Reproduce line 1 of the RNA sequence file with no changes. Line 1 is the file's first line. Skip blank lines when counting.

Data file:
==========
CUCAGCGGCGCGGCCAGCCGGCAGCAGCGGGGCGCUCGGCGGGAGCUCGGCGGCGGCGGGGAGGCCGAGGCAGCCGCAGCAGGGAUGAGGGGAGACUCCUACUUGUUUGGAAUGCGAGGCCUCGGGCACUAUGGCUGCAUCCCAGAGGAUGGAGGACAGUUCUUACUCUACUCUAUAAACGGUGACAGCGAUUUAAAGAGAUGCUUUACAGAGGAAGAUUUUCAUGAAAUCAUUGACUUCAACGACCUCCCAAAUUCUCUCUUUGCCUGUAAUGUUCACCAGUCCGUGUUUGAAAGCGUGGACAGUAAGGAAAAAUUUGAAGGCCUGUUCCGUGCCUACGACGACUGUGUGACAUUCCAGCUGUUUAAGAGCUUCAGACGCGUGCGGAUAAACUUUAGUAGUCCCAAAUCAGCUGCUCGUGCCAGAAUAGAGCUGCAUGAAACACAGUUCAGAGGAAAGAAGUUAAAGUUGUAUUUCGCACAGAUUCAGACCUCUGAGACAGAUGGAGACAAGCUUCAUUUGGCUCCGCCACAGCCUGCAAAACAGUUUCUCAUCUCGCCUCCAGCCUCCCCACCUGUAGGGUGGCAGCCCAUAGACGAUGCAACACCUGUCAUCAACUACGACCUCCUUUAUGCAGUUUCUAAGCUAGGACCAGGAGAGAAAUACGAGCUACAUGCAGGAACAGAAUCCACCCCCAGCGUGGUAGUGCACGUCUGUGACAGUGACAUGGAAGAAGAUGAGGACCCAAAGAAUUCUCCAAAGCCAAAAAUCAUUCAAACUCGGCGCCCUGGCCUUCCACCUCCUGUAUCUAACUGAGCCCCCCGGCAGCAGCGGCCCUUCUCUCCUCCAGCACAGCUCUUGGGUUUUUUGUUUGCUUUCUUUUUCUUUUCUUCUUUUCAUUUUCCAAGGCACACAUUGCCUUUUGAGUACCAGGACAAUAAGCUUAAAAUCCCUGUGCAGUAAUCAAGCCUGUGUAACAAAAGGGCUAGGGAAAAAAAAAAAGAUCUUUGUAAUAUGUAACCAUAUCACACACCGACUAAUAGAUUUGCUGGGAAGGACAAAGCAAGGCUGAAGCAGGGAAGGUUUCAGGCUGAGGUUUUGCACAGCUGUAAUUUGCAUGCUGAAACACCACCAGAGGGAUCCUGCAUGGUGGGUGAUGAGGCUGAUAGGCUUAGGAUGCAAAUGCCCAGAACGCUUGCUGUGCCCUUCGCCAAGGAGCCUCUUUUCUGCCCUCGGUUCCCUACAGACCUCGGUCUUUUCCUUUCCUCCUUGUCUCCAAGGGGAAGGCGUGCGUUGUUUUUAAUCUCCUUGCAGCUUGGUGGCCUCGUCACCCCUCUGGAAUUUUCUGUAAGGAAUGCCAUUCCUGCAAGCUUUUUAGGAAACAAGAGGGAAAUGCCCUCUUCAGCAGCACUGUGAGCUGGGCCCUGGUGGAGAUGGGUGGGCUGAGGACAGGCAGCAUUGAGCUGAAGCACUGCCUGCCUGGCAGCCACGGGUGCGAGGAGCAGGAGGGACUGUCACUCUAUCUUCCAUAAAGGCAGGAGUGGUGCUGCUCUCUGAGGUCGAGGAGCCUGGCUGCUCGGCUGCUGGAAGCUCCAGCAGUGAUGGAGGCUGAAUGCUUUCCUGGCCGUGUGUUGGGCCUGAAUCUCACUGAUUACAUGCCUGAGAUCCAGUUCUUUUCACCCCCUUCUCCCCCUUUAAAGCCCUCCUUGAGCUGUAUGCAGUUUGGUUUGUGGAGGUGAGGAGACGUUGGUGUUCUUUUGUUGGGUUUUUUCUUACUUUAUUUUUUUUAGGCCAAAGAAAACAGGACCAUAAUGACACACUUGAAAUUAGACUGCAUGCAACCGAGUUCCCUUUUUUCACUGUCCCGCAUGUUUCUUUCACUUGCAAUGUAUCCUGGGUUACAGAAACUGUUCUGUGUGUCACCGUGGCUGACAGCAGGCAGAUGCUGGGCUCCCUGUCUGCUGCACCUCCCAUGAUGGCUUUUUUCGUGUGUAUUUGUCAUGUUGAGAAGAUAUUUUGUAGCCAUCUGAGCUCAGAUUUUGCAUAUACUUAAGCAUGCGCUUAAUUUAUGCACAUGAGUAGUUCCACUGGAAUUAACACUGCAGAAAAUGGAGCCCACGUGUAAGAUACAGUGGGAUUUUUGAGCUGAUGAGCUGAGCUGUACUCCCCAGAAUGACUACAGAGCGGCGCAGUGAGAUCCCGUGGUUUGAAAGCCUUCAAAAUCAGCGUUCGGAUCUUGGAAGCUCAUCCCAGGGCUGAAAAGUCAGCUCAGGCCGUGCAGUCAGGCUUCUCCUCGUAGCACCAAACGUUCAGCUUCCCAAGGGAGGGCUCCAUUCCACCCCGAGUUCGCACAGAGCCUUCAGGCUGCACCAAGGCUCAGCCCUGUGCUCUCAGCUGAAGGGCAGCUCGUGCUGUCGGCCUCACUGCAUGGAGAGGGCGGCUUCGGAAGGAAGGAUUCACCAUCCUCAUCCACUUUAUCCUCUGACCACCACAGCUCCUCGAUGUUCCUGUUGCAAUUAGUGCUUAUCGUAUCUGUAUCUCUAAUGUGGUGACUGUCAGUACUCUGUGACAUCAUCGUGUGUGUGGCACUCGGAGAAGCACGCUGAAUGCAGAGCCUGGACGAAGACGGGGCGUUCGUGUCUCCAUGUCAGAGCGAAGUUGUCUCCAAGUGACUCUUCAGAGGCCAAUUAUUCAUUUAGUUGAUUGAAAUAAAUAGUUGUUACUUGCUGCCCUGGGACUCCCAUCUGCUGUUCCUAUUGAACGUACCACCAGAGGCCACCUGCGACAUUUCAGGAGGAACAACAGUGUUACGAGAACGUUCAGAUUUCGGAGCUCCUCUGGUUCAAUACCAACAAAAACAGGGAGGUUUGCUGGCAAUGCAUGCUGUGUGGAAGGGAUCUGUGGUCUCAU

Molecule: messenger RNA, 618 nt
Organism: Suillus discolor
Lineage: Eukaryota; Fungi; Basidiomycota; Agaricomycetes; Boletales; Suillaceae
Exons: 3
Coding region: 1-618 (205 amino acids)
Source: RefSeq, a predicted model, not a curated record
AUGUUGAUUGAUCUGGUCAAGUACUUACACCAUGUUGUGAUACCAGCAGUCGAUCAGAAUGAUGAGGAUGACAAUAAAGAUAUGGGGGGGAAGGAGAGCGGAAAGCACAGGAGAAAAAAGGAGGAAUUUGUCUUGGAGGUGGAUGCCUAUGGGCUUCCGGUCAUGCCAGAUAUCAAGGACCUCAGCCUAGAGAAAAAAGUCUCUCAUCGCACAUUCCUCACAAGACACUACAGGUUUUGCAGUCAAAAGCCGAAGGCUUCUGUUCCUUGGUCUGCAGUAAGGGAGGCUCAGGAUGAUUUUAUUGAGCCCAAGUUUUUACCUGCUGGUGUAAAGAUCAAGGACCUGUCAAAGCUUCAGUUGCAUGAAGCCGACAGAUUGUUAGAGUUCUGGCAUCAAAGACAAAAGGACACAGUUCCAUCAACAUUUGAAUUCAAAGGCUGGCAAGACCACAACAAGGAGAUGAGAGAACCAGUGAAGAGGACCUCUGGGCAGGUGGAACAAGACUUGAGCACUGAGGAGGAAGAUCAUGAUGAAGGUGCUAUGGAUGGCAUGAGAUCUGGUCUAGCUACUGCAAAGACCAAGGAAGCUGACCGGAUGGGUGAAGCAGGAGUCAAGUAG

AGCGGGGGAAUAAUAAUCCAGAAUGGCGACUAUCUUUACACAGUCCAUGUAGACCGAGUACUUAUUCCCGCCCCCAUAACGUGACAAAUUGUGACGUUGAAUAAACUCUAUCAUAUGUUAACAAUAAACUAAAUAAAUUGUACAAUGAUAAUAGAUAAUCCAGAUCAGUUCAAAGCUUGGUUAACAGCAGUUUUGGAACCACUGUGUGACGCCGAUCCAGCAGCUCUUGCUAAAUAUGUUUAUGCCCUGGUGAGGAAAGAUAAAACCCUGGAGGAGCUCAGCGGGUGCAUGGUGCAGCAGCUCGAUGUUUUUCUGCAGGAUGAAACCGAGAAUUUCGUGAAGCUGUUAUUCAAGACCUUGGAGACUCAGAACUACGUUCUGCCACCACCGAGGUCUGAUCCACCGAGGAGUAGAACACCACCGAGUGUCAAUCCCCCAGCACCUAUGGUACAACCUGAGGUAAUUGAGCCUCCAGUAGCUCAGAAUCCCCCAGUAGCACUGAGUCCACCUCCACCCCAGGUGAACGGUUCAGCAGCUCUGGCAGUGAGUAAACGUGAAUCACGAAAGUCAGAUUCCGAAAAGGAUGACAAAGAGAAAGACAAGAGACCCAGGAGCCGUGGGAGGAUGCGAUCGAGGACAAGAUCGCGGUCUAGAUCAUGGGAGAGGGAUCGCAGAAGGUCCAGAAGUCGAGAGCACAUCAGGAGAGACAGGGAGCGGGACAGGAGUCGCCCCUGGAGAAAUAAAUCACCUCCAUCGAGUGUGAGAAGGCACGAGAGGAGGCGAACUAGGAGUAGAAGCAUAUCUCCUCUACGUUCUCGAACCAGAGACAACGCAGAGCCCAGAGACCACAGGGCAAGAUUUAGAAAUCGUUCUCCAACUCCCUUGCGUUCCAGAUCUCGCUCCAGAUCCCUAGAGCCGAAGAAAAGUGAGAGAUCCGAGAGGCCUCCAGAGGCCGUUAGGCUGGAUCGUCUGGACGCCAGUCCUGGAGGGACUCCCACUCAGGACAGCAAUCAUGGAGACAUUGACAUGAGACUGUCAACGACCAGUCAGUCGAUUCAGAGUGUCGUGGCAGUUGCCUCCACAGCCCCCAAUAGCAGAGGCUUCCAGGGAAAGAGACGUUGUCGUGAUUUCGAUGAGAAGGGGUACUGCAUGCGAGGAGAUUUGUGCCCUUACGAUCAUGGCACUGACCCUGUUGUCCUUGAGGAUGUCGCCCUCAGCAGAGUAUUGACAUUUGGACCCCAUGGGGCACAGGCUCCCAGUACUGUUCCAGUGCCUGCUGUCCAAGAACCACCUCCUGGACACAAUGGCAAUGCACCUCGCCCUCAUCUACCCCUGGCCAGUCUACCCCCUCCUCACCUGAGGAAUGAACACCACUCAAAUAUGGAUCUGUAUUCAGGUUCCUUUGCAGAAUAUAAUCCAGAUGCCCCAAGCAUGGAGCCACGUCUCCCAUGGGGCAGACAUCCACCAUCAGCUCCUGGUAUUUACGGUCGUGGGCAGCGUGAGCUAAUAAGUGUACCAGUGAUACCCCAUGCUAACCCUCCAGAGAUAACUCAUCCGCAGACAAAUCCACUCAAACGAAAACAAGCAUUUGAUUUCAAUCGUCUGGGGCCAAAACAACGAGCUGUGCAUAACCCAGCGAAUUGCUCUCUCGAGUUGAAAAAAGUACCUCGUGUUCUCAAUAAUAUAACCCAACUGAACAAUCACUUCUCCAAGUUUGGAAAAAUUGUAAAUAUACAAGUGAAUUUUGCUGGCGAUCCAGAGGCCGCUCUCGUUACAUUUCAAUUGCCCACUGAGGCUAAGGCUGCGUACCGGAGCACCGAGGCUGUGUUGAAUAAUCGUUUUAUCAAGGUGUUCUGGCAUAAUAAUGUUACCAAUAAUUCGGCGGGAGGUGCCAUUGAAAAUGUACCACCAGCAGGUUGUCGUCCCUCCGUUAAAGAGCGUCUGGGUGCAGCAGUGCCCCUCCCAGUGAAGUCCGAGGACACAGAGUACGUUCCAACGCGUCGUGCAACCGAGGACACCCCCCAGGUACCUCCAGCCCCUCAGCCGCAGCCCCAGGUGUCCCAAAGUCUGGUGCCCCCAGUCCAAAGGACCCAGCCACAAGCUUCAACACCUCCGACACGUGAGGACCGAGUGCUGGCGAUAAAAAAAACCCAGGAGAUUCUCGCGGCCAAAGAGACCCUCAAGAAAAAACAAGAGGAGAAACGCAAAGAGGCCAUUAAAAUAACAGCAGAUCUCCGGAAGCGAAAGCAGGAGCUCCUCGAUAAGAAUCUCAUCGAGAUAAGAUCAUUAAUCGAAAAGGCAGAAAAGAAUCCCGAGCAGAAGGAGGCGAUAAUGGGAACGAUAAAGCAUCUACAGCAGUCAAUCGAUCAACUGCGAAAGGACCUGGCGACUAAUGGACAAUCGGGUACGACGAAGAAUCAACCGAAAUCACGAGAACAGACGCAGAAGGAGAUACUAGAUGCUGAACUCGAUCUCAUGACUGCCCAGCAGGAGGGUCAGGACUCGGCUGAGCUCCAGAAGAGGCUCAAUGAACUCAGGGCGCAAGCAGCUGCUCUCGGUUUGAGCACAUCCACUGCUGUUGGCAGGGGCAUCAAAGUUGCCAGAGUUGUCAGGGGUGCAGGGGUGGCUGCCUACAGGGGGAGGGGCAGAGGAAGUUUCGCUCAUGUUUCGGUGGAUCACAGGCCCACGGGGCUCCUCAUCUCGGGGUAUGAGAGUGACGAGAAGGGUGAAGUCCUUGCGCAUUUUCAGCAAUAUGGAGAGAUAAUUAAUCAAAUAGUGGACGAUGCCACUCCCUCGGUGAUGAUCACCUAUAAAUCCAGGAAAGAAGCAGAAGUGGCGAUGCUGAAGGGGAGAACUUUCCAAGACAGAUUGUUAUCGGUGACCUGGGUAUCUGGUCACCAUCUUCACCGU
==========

CUCAGCGGCGCGGCCAGCCGGCAGCAGCGGGGCGCUCGGCGGGAGCUCGGCGGCGGCGGGGAGGCCGAGGCAGCCGCAGCAGGGAUGAGGGGAGACUCCUACUUGUUUGGAAUGCGAGGCCUCGGGCACUAUGGCUGCAUCCCAGAGGAUGGAGGACAGUUCUUACUCUACUCUAUAAACGGUGACAGCGAUUUAAAGAGAUGCUUUACAGAGGAAGAUUUUCAUGAAAUCAUUGACUUCAACGACCUCCCAAAUUCUCUCUUUGCCUGUAAUGUUCACCAGUCCGUGUUUGAAAGCGUGGACAGUAAGGAAAAAUUUGAAGGCCUGUUCCGUGCCUACGACGACUGUGUGACAUUCCAGCUGUUUAAGAGCUUCAGACGCGUGCGGAUAAACUUUAGUAGUCCCAAAUCAGCUGCUCGUGCCAGAAUAGAGCUGCAUGAAACACAGUUCAGAGGAAAGAAGUUAAAGUUGUAUUUCGCACAGAUUCAGACCUCUGAGACAGAUGGAGACAAGCUUCAUUUGGCUCCGCCACAGCCUGCAAAACAGUUUCUCAUCUCGCCUCCAGCCUCCCCACCUGUAGGGUGGCAGCCCAUAGACGAUGCAACACCUGUCAUCAACUACGACCUCCUUUAUGCAGUUUCUAAGCUAGGACCAGGAGAGAAAUACGAGCUACAUGCAGGAACAGAAUCCACCCCCAGCGUGGUAGUGCACGUCUGUGACAGUGACAUGGAAGAAGAUGAGGACCCAAAGAAUUCUCCAAAGCCAAAAAUCAUUCAAACUCGGCGCCCUGGCCUUCCACCUCCUGUAUCUAACUGAGCCCCCCGGCAGCAGCGGCCCUUCUCUCCUCCAGCACAGCUCUUGGGUUUUUUGUUUGCUUUCUUUUUCUUUUCUUCUUUUCAUUUUCCAAGGCACACAUUGCCUUUUGAGUACCAGGACAAUAAGCUUAAAAUCCCUGUGCAGUAAUCAAGCCUGUGUAACAAAAGGGCUAGGGAAAAAAAAAAAGAUCUUUGUAAUAUGUAACCAUAUCACACACCGACUAAUAGAUUUGCUGGGAAGGACAAAGCAAGGCUGAAGCAGGGAAGGUUUCAGGCUGAGGUUUUGCACAGCUGUAAUUUGCAUGCUGAAACACCACCAGAGGGAUCCUGCAUGGUGGGUGAUGAGGCUGAUAGGCUUAGGAUGCAAAUGCCCAGAACGCUUGCUGUGCCCUUCGCCAAGGAGCCUCUUUUCUGCCCUCGGUUCCCUACAGACCUCGGUCUUUUCCUUUCCUCCUUGUCUCCAAGGGGAAGGCGUGCGUUGUUUUUAAUCUCCUUGCAGCUUGGUGGCCUCGUCACCCCUCUGGAAUUUUCUGUAAGGAAUGCCAUUCCUGCAAGCUUUUUAGGAAACAAGAGGGAAAUGCCCUCUUCAGCAGCACUGUGAGCUGGGCCCUGGUGGAGAUGGGUGGGCUGAGGACAGGCAGCAUUGAGCUGAAGCACUGCCUGCCUGGCAGCCACGGGUGCGAGGAGCAGGAGGGACUGUCACUCUAUCUUCCAUAAAGGCAGGAGUGGUGCUGCUCUCUGAGGUCGAGGAGCCUGGCUGCUCGGCUGCUGGAAGCUCCAGCAGUGAUGGAGGCUGAAUGCUUUCCUGGCCGUGUGUUGGGCCUGAAUCUCACUGAUUACAUGCCUGAGAUCCAGUUCUUUUCACCCCCUUCUCCCCCUUUAAAGCCCUCCUUGAGCUGUAUGCAGUUUGGUUUGUGGAGGUGAGGAGACGUUGGUGUUCUUUUGUUGGGUUUUUUCUUACUUUAUUUUUUUUAGGCCAAAGAAAACAGGACCAUAAUGACACACUUGAAAUUAGACUGCAUGCAACCGAGUUCCCUUUUUUCACUGUCCCGCAUGUUUCUUUCACUUGCAAUGUAUCCUGGGUUACAGAAACUGUUCUGUGUGUCACCGUGGCUGACAGCAGGCAGAUGCUGGGCUCCCUGUCUGCUGCACCUCCCAUGAUGGCUUUUUUCGUGUGUAUUUGUCAUGUUGAGAAGAUAUUUUGUAGCCAUCUGAGCUCAGAUUUUGCAUAUACUUAAGCAUGCGCUUAAUUUAUGCACAUGAGUAGUUCCACUGGAAUUAACACUGCAGAAAAUGGAGCCCACGUGUAAGAUACAGUGGGAUUUUUGAGCUGAUGAGCUGAGCUGUACUCCCCAGAAUGACUACAGAGCGGCGCAGUGAGAUCCCGUGGUUUGAAAGCCUUCAAAAUCAGCGUUCGGAUCUUGGAAGCUCAUCCCAGGGCUGAAAAGUCAGCUCAGGCCGUGCAGUCAGGCUUCUCCUCGUAGCACCAAACGUUCAGCUUCCCAAGGGAGGGCUCCAUUCCACCCCGAGUUCGCACAGAGCCUUCAGGCUGCACCAAGGCUCAGCCCUGUGCUCUCAGCUGAAGGGCAGCUCGUGCUGUCGGCCUCACUGCAUGGAGAGGGCGGCUUCGGAAGGAAGGAUUCACCAUCCUCAUCCACUUUAUCCUCUGACCACCACAGCUCCUCGAUGUUCCUGUUGCAAUUAGUGCUUAUCGUAUCUGUAUCUCUAAUGUGGUGACUGUCAGUACUCUGUGACAUCAUCGUGUGUGUGGCACUCGGAGAAGCACGCUGAAUGCAGAGCCUGGACGAAGACGGGGCGUUCGUGUCUCCAUGUCAGAGCGAAGUUGUCUCCAAGUGACUCUUCAGAGGCCAAUUAUUCAUUUAGUUGAUUGAAAUAAAUAGUUGUUACUUGCUGCCCUGGGACUCCCAUCUGCUGUUCCUAUUGAACGUACCACCAGAGGCCACCUGCGACAUUUCAGGAGGAACAACAGUGUUACGAGAACGUUCAGAUUUCGGAGCUCCUCUGGUUCAAUACCAACAAAAACAGGGAGGUUUGCUGGCAAUGCAUGCUGUGUGGAAGGGAUCUGUGGUCUCAU